4. Dear Robert Goyer, I have always read with attention what you write and have developed a high opinion of the worth of your pronouncements on aviation matters. I think however that your column on the Kitty Hawk Flyer is long on irritation and short on facts. You may be absolutely right on what you suspect and suggest about this equipment/aircraft, but there is very little in the story on which to form/base an opinion. it would have been better to say that until Plane & Pilot has a chance to fly this craft, it is not prepared to review it.

  5. That is a very cool looking…vehicle? I wish the media (not P&P) would stop calling it a flying car because it isn’t one. It’s little more than a manned drone.

    The flight by the reporter could have ended up very badly and was conducted very irresponsibly. Operating the flight over water is giving them a very false sense of security.

    Mr. Goyer touched on it, but the mindset of “lack of failure equals success” is a very questionable measure of safety.

  6. Great commentary, Robert. CNN is a natural platform for this unabashedly sensational commercial grandstanding based on their notoriety for routinely filling the airwaves with skewed reality information (some would call it “spin” or “fake” news). That fact notwithstanding and with homage to The Great P. T. Barnum, fresh generations of naive blank slates are born every minute.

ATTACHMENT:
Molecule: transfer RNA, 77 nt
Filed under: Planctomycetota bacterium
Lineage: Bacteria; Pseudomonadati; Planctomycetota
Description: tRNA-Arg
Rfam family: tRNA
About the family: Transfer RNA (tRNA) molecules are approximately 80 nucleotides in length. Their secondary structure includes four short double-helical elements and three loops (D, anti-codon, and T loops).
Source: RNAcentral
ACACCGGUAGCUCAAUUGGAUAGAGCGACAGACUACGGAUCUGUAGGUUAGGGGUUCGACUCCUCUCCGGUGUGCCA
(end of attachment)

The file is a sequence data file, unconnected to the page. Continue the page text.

7. Meh, another flash in the pan. I well remember the beginnings of Part 103. I was a Hang Glider pilot then and was one of the ones who lobbied for the new rule. I could not foresee the deleterious effects it would have. Now I would not touch a hang glider or ultralight for anything.

  8. You had me laughing too tears with these companies coring those journalists. I am one too and I’ve been covering the world of EVs for a decade. The last few years, I noticed those e-startups that once loved us for our reporting are now only interested in mainstream media.

    And the uninformed questions these people ask are mindnumbing. To think they get paid much more than I do and spread misinformation. It’s sad…

  9. This is excellent writing. Well done. A reality check like this was much needed. Please write more articles like this. It took 4 years and 10’s of millions of dollars spent (some articles say $100 million +) by Kitty Hawk to make the flyer and it can only fly for 12-20 minutes with a small pilot at a maximum of 20 mph. I am a huge aviation enthusiast but Kitty Hawk is just…. uninspiring and derivitive.

    Why are companies not working on rotor taper optimization like Paul Lippse did or perhaps using flywheels instead of batteries?

    Thank you for writing this article. More please.